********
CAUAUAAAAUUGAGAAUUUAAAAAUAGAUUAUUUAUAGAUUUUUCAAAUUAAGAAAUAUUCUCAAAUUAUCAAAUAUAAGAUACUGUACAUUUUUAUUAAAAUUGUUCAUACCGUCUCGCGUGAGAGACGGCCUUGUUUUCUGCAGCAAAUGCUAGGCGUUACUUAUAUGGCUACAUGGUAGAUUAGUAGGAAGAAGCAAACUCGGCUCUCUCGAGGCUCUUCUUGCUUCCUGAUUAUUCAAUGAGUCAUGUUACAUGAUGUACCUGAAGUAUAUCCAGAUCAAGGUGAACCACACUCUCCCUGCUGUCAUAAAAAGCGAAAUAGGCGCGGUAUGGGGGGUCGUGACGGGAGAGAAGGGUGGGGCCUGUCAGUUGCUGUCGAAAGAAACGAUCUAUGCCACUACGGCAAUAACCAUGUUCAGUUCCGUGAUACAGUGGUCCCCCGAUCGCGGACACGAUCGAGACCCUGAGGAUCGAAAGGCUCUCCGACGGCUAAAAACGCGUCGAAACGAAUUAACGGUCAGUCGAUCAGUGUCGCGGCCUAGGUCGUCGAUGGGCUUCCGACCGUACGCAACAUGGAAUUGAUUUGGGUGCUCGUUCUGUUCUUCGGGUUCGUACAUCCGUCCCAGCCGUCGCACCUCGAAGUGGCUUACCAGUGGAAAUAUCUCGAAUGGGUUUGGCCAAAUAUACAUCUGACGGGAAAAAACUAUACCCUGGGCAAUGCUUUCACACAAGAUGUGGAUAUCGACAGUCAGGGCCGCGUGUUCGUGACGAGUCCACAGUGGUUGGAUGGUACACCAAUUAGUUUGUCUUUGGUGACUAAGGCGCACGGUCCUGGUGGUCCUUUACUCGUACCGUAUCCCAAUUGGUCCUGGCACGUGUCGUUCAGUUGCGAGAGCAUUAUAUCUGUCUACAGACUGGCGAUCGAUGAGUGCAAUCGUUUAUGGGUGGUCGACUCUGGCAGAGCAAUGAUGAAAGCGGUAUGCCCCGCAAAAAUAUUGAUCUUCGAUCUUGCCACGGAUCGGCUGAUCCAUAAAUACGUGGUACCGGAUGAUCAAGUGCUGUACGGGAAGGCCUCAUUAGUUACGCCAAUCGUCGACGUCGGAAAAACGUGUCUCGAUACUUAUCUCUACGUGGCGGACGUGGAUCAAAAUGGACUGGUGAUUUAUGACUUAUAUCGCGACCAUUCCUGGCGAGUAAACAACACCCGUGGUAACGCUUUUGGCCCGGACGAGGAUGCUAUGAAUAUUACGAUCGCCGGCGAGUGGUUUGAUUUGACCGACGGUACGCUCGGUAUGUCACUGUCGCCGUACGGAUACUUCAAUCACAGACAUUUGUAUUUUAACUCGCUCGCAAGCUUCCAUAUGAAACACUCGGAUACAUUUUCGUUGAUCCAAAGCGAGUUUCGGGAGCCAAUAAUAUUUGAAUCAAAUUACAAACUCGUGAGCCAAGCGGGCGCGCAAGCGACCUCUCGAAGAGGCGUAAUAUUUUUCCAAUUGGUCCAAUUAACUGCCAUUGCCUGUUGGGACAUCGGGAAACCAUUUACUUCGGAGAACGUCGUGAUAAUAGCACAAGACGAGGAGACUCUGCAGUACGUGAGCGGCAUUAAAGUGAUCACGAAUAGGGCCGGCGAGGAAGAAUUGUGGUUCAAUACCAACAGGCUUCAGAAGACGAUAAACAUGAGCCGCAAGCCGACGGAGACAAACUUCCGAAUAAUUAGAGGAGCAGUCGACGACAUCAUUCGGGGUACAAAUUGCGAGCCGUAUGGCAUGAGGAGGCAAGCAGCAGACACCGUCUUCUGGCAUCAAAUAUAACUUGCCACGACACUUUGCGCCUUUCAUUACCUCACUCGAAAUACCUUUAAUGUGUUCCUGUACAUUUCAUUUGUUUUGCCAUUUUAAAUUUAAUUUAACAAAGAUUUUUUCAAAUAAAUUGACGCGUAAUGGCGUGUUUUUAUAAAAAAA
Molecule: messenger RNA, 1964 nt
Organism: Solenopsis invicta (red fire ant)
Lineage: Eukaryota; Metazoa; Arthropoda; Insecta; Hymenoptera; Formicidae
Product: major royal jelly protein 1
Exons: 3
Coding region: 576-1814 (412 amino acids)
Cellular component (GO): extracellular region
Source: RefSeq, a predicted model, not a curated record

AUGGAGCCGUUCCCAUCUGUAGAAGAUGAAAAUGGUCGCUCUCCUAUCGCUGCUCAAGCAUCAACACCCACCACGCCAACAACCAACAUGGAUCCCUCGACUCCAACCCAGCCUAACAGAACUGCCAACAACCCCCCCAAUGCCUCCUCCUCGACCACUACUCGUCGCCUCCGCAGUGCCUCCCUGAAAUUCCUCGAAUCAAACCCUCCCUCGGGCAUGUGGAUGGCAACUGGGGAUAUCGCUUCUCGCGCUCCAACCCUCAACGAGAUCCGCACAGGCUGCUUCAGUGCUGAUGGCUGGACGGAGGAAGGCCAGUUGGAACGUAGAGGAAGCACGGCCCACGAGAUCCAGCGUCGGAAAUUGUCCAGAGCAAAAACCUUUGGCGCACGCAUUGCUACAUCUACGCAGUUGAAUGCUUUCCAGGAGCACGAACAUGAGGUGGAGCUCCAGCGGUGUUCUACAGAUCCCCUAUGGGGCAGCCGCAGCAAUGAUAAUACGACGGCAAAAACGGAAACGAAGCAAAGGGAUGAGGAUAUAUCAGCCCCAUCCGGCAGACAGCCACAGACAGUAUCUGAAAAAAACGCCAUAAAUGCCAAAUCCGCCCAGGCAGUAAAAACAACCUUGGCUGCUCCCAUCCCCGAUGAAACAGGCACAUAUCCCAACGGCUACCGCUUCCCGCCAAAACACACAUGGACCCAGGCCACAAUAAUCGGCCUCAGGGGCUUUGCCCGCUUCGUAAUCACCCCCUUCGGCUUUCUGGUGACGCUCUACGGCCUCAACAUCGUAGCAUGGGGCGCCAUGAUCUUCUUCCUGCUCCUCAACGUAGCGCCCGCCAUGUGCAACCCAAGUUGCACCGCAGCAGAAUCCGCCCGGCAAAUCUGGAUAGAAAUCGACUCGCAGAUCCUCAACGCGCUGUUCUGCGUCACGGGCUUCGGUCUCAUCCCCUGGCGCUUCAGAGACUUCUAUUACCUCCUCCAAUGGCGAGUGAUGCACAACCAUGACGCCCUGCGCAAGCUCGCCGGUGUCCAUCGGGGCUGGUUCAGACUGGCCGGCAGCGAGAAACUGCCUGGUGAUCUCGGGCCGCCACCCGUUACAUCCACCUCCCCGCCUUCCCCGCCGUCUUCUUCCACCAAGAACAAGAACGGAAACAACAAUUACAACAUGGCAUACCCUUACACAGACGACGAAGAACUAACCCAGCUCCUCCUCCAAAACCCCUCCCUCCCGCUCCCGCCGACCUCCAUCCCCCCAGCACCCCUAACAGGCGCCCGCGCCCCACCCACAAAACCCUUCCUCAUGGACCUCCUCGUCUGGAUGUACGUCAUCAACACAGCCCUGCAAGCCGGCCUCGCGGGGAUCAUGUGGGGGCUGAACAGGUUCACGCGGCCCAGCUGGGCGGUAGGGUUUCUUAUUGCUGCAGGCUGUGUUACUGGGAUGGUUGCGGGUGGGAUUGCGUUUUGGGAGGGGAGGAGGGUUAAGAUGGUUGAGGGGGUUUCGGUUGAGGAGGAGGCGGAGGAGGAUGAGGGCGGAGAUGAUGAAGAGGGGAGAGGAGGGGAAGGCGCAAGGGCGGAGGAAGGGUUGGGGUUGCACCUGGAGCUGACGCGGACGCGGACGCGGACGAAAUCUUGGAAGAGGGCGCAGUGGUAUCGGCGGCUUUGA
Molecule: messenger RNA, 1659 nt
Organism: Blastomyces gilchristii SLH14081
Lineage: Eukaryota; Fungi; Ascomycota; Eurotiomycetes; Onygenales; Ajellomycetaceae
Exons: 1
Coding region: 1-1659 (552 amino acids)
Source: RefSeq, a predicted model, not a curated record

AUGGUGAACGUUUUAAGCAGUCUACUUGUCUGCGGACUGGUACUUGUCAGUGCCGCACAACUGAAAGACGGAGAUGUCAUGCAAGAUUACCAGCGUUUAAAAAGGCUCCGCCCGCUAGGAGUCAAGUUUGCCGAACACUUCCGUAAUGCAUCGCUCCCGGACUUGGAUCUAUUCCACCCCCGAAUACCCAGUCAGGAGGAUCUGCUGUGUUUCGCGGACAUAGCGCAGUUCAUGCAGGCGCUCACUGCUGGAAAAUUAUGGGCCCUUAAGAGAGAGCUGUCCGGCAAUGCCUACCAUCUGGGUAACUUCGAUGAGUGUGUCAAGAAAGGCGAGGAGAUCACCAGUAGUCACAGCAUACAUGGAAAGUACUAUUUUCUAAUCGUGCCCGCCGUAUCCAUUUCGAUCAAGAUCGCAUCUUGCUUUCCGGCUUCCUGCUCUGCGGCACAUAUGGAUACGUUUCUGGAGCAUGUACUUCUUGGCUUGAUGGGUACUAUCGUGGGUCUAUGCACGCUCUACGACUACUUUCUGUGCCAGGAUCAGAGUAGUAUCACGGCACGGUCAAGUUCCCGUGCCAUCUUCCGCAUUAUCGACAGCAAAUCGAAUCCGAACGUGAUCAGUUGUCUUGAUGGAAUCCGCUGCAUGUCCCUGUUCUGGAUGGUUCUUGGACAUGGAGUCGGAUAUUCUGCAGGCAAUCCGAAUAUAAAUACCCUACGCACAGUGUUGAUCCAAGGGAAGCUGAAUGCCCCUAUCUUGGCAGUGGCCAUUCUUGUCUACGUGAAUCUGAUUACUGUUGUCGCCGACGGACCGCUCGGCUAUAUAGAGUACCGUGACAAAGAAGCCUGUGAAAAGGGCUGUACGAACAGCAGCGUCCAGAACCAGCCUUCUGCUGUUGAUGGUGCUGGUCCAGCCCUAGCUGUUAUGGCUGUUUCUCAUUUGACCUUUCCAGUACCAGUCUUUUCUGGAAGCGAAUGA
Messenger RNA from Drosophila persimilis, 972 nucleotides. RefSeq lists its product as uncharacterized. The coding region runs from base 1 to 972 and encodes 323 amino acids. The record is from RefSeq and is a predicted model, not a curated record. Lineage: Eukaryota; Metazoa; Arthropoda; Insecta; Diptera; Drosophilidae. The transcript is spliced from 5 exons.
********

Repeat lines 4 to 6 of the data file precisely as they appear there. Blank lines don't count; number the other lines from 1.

Lineage: Eukaryota; Metazoa; Arthropoda; Insecta; Hymenoptera; Formicidae
Product: major royal jelly protein 1
Exons: 3